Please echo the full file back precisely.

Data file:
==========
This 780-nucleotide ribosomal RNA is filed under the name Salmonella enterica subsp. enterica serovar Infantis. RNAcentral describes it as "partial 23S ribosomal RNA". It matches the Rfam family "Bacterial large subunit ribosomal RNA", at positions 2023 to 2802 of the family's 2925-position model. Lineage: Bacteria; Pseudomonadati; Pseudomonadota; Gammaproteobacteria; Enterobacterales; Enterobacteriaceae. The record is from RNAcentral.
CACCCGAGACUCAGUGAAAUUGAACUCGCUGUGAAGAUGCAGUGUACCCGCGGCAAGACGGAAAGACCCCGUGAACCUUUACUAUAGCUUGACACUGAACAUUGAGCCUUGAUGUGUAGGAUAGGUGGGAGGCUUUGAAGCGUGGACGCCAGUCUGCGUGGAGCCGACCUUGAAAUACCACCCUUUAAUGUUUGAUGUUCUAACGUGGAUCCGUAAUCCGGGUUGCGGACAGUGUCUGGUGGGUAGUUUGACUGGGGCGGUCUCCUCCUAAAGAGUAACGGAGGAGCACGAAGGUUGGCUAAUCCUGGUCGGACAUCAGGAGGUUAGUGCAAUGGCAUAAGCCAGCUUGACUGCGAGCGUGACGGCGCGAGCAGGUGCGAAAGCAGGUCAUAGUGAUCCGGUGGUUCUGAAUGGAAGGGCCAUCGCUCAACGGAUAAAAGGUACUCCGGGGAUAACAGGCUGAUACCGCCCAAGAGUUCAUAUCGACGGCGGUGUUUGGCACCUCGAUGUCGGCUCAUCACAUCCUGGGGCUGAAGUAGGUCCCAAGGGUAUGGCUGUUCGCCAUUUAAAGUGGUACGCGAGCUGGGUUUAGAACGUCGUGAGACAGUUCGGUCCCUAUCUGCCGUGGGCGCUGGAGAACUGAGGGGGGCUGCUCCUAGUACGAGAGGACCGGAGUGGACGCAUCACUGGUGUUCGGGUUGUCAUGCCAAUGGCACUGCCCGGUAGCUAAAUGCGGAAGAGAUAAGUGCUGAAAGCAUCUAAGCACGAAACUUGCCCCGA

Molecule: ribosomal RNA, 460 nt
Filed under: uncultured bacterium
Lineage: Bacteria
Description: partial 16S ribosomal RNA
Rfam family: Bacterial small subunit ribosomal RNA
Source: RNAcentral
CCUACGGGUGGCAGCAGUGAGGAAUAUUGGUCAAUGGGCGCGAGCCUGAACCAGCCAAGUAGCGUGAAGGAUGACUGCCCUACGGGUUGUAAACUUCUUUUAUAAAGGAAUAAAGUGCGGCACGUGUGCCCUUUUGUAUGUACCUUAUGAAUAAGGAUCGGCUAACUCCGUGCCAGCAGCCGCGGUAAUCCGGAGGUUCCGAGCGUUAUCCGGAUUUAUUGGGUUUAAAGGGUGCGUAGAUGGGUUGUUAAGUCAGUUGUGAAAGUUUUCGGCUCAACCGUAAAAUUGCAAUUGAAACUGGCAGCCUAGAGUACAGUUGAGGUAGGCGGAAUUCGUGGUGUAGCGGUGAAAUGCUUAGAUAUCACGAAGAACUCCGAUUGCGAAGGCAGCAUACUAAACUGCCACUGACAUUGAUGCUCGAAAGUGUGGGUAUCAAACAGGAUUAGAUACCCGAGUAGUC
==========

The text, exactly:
This 780-nucleotide ribosomal RNA is filed under the name Salmonella enterica subsp. enterica serovar Infantis. RNAcentral describes it as "partial 23S ribosomal RNA". It matches the Rfam family "Bacterial large subunit ribosomal RNA", at positions 2023 to 2802 of the family's 2925-position model. Lineage: Bacteria; Pseudomonadati; Pseudomonadota; Gammaproteobacteria; Enterobacterales; Enterobacteriaceae. The record is from RNAcentral.
CACCCGAGACUCAGUGAAAUUGAACUCGCUGUGAAGAUGCAGUGUACCCGCGGCAAGACGGAAAGACCCCGUGAACCUUUACUAUAGCUUGACACUGAACAUUGAGCCUUGAUGUGUAGGAUAGGUGGGAGGCUUUGAAGCGUGGACGCCAGUCUGCGUGGAGCCGACCUUGAAAUACCACCCUUUAAUGUUUGAUGUUCUAACGUGGAUCCGUAAUCCGGGUUGCGGACAGUGUCUGGUGGGUAGUUUGACUGGGGCGGUCUCCUCCUAAAGAGUAACGGAGGAGCACGAAGGUUGGCUAAUCCUGGUCGGACAUCAGGAGGUUAGUGCAAUGGCAUAAGCCAGCUUGACUGCGAGCGUGACGGCGCGAGCAGGUGCGAAAGCAGGUCAUAGUGAUCCGGUGGUUCUGAAUGGAAGGGCCAUCGCUCAACGGAUAAAAGGUACUCCGGGGAUAACAGGCUGAUACCGCCCAAGAGUUCAUAUCGACGGCGGUGUUUGGCACCUCGAUGUCGGCUCAUCACAUCCUGGGGCUGAAGUAGGUCCCAAGGGUAUGGCUGUUCGCCAUUUAAAGUGGUACGCGAGCUGGGUUUAGAACGUCGUGAGACAGUUCGGUCCCUAUCUGCCGUGGGCGCUGGAGAACUGAGGGGGGCUGCUCCUAGUACGAGAGGACCGGAGUGGACGCAUCACUGGUGUUCGGGUUGUCAUGCCAAUGGCACUGCCCGGUAGCUAAAUGCGGAAGAGAUAAGUGCUGAAAGCAUCUAAGCACGAAACUUGCCCCGA

Molecule: ribosomal RNA, 460 nt
Filed under: uncultured bacterium
Lineage: Bacteria
Description: partial 16S ribosomal RNA
Rfam family: Bacterial small subunit ribosomal RNA
Source: RNAcentral
CCUACGGGUGGCAGCAGUGAGGAAUAUUGGUCAAUGGGCGCGAGCCUGAACCAGCCAAGUAGCGUGAAGGAUGACUGCCCUACGGGUUGUAAACUUCUUUUAUAAAGGAAUAAAGUGCGGCACGUGUGCCCUUUUGUAUGUACCUUAUGAAUAAGGAUCGGCUAACUCCGUGCCAGCAGCCGCGGUAAUCCGGAGGUUCCGAGCGUUAUCCGGAUUUAUUGGGUUUAAAGGGUGCGUAGAUGGGUUGUUAAGUCAGUUGUGAAAGUUUUCGGCUCAACCGUAAAAUUGCAAUUGAAACUGGCAGCCUAGAGUACAGUUGAGGUAGGCGGAAUUCGUGGUGUAGCGGUGAAAUGCUUAGAUAUCACGAAGAACUCCGAUUGCGAAGGCAGCAUACUAAACUGCCACUGACAUUGAUGCUCGAAAGUGUGGGUAUCAAACAGGAUUAGAUACCCGAGUAGUC